Dear readers and fellow bloggers,
As you might already kow, I am now visiting my family in Canada. I made the mistake of not bringing my netbook with me, and as a result, I can’t be as effective as a blogger as I normally am. For one, there are many typos in my posts and especially comments, for which I apologize. Blogging from an iPad makes correcting typos a horrible drag.
Also, I haven’t been able to visit my favorite blogs and comment on them. I only visit the blog of the scholar who is reviewing my manuscript to analyze his posts obsessively for hints at the poor quality of my writing. Because every post ever written has to be about me, of course. Crazy, I know.
I try to post and answer comments as much as I can. I can’t do it as often as I would have liked to but I still read every single one on my cell phone. Sometimes, the phone refuses to cooperate and I can’t respond to comments.
Thank you all for stickng by the blog in spite of all this and making this week the most successful one for the blog so far. The last time I went on vacation, the number of visits to he blg dropped, which caused me anxiety and abandonment issues. 🙂
In the discussion that followed my post on Charlie Manson’s cult (sorry, I still can’t add links to my posts, but you can find it easily in the list of the most popular posts in the right-hand panel), people concentrated on the death penalty issue. This is understandable since it is a complex and divisive subject. I wanted, however, to draw everybody’s attention to the fact that the female murderers are treated far less severely than the man who was not even present when the murders in question were committed and whose only crime consisted of telling the women to kill.
In her book The Dead End Feminism, Elisabeth Badinter discusses how difficult it is to conduct any research that demonstrates that women are as capable of violence as men. It disturbs our narrative of women as vicims and damsels in distress who never inflict violence but always suffer from it. Badinter mentions the research on female Nazis who committed unspeakale crimes during the Holocaust. She also discusses the contribution of women to the Rwandan genocide. Such research, says Badinter, is always ignored in the academic community of the Western Europe and the US. This was surprising to me since the post-war literature of Ukraine and Russia is filled with the images of depraved female SS-members. I had no idea that people still needed to be convinced that the Holocaust was not created by men alone.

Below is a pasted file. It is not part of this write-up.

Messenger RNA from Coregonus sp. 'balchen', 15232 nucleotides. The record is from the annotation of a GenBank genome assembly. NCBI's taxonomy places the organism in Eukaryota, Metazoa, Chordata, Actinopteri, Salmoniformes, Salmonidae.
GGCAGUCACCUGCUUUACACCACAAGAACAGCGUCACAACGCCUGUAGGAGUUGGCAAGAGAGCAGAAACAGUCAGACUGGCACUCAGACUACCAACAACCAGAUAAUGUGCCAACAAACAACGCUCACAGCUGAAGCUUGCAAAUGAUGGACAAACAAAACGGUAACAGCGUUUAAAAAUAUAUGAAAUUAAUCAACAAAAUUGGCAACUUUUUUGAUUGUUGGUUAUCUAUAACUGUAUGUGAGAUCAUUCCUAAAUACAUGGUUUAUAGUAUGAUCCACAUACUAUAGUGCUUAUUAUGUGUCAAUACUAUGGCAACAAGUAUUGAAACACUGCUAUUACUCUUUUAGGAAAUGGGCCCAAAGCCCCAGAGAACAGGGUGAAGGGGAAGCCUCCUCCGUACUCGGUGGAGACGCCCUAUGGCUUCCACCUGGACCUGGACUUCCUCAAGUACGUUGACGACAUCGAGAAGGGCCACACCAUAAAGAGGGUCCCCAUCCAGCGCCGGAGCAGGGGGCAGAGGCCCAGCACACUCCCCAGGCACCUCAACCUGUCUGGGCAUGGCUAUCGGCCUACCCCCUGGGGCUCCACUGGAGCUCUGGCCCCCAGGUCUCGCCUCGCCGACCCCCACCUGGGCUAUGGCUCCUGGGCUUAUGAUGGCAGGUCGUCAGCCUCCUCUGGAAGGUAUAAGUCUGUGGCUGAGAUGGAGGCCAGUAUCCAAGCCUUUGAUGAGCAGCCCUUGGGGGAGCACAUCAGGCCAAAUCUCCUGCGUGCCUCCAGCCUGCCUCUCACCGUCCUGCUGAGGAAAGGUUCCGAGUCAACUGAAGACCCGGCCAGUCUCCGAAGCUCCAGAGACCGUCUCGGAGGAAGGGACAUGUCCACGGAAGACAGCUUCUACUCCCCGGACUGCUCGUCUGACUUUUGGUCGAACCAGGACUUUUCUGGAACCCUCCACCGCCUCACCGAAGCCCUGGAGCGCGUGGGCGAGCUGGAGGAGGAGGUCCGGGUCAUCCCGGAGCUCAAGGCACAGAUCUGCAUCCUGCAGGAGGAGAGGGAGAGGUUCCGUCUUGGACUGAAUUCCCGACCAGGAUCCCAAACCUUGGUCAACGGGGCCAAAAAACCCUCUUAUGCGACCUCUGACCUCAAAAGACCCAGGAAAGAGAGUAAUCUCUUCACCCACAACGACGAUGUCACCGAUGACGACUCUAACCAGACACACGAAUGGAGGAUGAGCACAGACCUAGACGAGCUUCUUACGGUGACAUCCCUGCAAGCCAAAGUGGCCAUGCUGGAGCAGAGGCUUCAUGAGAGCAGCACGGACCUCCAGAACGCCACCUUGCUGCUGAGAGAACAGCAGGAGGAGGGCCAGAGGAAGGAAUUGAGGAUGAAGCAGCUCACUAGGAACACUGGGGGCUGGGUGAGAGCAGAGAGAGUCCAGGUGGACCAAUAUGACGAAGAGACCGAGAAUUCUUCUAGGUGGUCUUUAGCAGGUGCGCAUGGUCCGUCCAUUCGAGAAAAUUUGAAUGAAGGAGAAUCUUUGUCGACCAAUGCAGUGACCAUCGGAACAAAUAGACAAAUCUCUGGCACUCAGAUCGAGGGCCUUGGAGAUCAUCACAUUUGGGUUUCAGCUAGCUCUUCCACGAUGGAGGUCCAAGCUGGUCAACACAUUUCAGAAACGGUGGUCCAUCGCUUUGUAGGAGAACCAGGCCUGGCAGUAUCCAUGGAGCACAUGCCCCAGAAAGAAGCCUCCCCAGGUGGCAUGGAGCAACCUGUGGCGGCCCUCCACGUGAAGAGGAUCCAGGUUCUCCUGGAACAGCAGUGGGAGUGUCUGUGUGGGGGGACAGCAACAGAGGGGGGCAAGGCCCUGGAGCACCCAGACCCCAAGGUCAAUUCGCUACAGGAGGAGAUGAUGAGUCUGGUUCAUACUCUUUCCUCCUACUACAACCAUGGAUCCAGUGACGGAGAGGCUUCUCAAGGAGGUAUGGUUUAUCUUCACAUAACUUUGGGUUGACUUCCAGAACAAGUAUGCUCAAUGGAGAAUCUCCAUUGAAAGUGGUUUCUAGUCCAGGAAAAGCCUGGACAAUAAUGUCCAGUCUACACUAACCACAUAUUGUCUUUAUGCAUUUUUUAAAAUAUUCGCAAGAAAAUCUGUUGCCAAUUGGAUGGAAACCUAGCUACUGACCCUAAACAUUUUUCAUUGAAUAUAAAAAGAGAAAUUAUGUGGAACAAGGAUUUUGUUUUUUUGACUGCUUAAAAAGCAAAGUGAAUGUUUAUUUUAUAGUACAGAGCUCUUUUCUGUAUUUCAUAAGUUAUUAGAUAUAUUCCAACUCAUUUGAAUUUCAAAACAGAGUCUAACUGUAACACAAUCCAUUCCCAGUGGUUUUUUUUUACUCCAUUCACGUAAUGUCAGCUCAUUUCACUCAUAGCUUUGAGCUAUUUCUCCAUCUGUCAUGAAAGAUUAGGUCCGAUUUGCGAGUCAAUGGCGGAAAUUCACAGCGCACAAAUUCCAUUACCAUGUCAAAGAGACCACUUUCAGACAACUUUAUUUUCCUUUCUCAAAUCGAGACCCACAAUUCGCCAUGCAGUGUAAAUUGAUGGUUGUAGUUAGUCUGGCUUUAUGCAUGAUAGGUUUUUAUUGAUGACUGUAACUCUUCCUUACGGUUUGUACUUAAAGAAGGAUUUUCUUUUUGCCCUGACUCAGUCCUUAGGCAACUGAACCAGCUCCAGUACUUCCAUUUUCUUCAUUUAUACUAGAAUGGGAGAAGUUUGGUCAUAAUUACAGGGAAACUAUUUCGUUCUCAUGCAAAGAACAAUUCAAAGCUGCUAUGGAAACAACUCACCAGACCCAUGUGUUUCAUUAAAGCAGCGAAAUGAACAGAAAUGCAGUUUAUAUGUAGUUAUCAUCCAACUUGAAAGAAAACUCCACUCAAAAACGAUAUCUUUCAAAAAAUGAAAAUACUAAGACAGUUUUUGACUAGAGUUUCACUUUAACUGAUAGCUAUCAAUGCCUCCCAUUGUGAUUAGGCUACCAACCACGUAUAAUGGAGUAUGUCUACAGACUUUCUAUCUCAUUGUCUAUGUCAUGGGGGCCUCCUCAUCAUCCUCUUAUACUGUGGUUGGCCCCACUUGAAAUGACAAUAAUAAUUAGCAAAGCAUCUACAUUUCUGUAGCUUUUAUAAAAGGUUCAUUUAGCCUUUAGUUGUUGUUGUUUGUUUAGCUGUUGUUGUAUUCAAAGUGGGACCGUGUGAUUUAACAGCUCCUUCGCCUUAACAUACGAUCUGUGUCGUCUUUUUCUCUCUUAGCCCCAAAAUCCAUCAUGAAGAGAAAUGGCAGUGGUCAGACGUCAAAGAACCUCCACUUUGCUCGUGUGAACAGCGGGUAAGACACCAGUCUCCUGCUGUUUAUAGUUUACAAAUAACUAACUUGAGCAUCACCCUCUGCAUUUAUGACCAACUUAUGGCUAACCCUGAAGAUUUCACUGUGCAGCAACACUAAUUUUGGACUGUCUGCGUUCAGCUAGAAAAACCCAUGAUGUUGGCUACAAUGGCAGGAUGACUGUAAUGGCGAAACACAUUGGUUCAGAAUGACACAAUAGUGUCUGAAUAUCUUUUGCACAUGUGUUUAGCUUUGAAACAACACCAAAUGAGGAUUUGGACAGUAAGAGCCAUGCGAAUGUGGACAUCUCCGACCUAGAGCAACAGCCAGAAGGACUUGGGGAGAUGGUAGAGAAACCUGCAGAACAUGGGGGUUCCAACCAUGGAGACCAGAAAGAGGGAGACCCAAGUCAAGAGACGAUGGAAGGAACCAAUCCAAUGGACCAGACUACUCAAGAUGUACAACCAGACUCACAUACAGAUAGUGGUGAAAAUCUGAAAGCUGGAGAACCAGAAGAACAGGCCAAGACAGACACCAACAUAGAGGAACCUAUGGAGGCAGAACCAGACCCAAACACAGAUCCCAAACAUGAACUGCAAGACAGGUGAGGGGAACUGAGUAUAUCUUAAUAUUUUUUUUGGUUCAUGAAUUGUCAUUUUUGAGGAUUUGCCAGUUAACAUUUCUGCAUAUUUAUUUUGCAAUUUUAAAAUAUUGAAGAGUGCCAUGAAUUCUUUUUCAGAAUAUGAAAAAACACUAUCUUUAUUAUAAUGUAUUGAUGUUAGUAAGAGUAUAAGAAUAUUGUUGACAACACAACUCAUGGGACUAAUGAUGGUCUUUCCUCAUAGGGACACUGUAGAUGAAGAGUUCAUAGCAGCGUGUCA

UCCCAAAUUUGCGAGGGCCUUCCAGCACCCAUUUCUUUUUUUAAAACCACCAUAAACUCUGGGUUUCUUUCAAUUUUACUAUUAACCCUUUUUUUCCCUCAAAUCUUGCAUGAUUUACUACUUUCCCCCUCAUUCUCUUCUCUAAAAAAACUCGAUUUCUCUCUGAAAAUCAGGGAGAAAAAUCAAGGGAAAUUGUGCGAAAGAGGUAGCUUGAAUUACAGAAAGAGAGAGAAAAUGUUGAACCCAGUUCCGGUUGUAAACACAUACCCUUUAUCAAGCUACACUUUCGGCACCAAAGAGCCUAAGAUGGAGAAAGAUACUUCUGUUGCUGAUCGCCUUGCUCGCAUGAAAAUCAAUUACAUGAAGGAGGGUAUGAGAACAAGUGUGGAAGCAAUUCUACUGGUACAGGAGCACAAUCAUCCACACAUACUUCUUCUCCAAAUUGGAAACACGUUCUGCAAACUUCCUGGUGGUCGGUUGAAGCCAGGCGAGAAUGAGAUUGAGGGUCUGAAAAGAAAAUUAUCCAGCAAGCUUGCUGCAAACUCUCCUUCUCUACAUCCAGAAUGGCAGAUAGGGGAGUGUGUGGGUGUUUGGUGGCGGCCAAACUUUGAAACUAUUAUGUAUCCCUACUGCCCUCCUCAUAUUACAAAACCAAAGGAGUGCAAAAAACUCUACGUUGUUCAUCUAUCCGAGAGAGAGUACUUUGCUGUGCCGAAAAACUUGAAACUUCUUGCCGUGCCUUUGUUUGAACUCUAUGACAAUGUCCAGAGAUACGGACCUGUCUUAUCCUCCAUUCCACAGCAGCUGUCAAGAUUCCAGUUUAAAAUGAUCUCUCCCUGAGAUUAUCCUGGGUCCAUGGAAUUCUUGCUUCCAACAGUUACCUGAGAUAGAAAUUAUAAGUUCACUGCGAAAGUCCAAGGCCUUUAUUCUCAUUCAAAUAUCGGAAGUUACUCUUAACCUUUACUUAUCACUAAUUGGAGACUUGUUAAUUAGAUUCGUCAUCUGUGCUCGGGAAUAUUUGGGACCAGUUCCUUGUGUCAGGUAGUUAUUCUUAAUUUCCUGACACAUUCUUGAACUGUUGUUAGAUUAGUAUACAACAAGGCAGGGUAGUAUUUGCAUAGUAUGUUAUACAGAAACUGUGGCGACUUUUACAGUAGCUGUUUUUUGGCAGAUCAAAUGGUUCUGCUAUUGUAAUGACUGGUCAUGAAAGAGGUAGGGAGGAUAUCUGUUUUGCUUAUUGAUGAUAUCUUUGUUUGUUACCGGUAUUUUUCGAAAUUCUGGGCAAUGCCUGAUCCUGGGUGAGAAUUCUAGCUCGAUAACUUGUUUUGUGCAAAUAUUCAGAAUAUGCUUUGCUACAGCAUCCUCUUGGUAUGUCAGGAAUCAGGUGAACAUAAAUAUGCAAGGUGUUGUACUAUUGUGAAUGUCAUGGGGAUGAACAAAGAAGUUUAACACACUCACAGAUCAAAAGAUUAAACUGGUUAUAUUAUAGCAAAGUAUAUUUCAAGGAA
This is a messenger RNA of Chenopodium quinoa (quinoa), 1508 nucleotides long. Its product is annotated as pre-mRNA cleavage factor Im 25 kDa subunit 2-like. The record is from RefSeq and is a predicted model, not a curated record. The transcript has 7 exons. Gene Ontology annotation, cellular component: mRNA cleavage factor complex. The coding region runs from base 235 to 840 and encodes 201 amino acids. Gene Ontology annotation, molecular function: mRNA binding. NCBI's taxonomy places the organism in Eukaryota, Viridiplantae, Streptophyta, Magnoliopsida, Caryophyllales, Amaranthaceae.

The discussion of the London riots has moved into the ever-boring and extremely predictable terrain of blaming the Twitter. One boring pundit after another tells us how the riots either would not have happened or would have caused a lot less damage had the Internet not interfered.
This is the trick that lazy minds love the most nowadays. No matter what happens, let’s blame the bloggers, the Twitterers, and the Facebookers. The reasons for this are clear: the traditional journalists are losing the competition with the free sources of information online and it makes them rabid.
I have been reading this really great novel called The Barbarian Nurseries by Hector Tobar. The book was really impressive until its last thrid where the author launched into the same old tired anti-blogging rant. Tobar is a professional journalist and his resentment towards bloggers overpowered his talent as a fiction writer.
Comments that readers leave on this blog appear on my Dashboard in inverted order: the most recent comment (irrespective of the thread where it appeared) is at the top of the page, the second most recent is a little lower down, and so on.
So I’m reading the comments that have accumulated while I was away from the computer. Eventually, I come across a very interesting comment. I can’t say I agree with it completely but it surely betrays an original way of looking at things. I’m curious about the identity of this new, interesting commenter. And then I discover that the comment was left by me yesterday. 🙂
It’s normal for academics to keep a portrait of their favorite writer or scientist on the walls of their offices. Sometimes, however, people get all weird about that.
Once, I went to the office of a Canadian scholar who was Chair of a Department of Slavic Studies. I started talking to him, and then I noticed a big portrait of Vladimir Putin on his wall. And I kind of didn’t feel like talking to him about anything any more. I tried convincing myself that it was some kind of an ironic post-modern gesture but there weren’t any horns or tail drawn on the portrait. It looked like it had been hung there completely in earnest.
The scholar in question specialized in the Silver Age of Russian poetry, which is an area completely unconnected to Putin.
That was kind of scary. And it was a very good university, too.
As I always say, people are weird.
My sister just referred to the breast pump and all of its paraphernalia as “a castrating apparatus that robs you of your identity.”
I think that’s brilliant.
This wasn’t all the Overt Dictionary had to say about THE individual. Here is another curious statement (the punctuation of the original is preserved): “The Mass Media: a machine which attempts to condition the individual into becoming a completely docile, passive, creature.”
“Docile, passive, creature” is too good not to be recorded on my blog.